This element is an important factor to take into account, since these elections were held after months of criticism of the electoral process, when in the days and hours prior to the process the Lima Group announced that it would not recognize the results, saying that by voting we would not overcome the chapter that began in 2015. Therefore, the fear of being punished in the future for participating, as well as a warning that nothing that could be done through democratic means would change the situation, are elements that were extensively pursued on the eve and day of these elections.

Consequently, we have the electoral results to evaluate:

  • The fulfillment of an electoral calendar established by the Constitution
  • A process whose preparation was mediated by negotiations that achieved the participation of a sector of the national opposition that obtains an important representation.
  • A participation that, being legally free, faces an international proscription of the elections.
  • A participation that occurs in a besieged country, a population subjected to a deep socio-economic crisis, worsened by a very acute lack of fuel.
  • A country where voters are not obliged to register at the polling station closest to their residence and which therefore requires means of transport that were only partially available.
  • An electoral event with participation characteristics similar to those that occurred in 2005 when the opposition chose the same route.

Given that this fact can be verified through the only scientific and legal mechanisms for measuring political will in the country, the media focus is on aiming for a consultation that emulates the 2017 plebiscite – where the opposition convenes autonomously and without institutions to engage in an activity parallel to the actual electoral event – and, to be held in January, where work is being done to create a new scheme that will serve it – as they intended with the Transition Statute – to dismantle norms to allow an expired period to remain in force.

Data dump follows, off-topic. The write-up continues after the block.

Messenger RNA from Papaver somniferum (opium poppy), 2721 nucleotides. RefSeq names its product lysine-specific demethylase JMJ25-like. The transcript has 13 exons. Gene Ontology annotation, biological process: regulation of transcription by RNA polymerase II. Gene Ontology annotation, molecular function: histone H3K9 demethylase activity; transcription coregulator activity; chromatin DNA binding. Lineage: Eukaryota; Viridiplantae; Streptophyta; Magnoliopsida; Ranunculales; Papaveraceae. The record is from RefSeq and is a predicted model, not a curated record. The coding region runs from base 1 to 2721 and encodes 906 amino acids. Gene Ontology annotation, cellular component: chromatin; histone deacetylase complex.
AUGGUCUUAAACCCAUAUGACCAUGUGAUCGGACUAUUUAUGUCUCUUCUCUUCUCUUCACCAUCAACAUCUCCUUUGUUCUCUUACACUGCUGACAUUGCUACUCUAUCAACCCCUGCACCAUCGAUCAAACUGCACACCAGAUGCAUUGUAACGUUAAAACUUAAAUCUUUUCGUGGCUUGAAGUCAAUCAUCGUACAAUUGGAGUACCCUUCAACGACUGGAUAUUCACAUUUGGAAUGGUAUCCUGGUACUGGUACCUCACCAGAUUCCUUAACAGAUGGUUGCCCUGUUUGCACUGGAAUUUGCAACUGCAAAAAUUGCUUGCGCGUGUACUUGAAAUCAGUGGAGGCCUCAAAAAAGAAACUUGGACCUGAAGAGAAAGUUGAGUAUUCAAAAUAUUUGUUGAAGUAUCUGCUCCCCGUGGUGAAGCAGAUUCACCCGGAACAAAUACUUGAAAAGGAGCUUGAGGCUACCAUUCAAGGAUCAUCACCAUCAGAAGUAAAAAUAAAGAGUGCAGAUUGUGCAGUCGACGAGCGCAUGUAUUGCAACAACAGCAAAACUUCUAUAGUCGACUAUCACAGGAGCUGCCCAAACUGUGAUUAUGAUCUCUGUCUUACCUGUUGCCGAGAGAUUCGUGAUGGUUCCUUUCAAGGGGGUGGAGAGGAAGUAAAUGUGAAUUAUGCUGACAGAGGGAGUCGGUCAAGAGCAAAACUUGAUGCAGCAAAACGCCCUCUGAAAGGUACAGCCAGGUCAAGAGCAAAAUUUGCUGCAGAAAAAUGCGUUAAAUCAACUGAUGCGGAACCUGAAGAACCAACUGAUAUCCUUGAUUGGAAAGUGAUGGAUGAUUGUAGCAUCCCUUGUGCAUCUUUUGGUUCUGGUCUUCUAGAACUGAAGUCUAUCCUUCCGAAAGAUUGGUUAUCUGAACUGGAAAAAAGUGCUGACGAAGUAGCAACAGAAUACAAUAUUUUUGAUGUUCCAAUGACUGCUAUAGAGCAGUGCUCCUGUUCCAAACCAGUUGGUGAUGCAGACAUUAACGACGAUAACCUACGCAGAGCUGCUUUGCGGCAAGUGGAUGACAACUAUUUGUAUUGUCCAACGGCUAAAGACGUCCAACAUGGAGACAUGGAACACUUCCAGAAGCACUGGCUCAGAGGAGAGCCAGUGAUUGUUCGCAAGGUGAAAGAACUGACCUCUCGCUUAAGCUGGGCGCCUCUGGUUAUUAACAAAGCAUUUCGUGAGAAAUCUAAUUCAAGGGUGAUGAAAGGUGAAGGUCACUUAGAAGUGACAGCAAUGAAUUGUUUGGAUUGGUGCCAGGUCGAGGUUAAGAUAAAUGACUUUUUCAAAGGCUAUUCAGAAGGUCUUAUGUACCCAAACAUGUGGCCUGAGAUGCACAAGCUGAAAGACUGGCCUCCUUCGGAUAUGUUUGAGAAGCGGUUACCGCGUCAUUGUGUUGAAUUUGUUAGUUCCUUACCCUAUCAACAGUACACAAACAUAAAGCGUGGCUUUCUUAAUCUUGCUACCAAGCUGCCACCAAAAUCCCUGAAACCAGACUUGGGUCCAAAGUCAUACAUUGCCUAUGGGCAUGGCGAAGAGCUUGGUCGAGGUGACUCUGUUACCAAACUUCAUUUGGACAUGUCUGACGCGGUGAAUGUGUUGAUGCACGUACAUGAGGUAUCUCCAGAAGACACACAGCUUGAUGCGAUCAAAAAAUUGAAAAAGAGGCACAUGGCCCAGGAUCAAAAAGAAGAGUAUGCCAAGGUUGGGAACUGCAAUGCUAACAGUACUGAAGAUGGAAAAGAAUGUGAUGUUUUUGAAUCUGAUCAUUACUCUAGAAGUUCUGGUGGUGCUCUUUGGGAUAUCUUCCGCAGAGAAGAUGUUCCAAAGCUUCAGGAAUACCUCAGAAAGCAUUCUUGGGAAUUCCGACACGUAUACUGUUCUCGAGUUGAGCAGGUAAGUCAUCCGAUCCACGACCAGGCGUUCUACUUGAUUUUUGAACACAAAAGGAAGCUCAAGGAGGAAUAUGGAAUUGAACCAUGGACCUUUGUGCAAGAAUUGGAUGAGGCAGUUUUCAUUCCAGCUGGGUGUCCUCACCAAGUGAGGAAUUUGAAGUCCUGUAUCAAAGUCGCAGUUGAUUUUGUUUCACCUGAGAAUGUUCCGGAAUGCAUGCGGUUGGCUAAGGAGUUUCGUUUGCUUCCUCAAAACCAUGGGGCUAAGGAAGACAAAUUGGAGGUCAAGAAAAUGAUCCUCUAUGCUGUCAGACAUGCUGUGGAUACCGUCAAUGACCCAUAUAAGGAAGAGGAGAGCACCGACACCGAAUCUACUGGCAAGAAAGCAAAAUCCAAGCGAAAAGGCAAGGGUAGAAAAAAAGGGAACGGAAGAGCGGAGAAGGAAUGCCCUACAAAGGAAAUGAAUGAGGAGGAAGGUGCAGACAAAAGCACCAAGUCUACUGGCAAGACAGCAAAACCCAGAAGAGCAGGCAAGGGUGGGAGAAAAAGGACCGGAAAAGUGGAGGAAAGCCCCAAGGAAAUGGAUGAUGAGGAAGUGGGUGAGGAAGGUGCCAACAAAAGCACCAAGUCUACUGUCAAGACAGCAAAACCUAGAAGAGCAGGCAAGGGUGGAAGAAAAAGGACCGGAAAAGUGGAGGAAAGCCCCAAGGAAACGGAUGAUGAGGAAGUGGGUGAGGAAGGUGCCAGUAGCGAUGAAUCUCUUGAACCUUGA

In this way, with the electoral chapter closed, we will return to the normality of a country under siege where they will continue trying to generate formulas for violence and intervention that must be deactivated day by day to guarantee the continuity of the Bolivarian process.

Having said this, we now have a scenario in which the National Assembly has the challenge of being the main political forum of the country where it must ensure that the debates contribute to the resolution of conflicts through national and institutional channels; the recovery of wages; the improvement of the provision of public services; the use of its powers in terms of good governance and the dismantling of the intervention and plundering operations that the Republic has recently suffered.

This challenge is faced by the National Assembly, which will now have the difficult task of demonstrating that the national institutions are capable of taking the historic leap required to close this chapter, which will necessitate a rethinking of the entire parliamentary framework in order to regain the spirit of the legislature, as well as to make room for all the minority sectors and to highlight all the areas of work that are necessary to complete the development of the new legislation that the country needs.

Translation by Internationalist 360°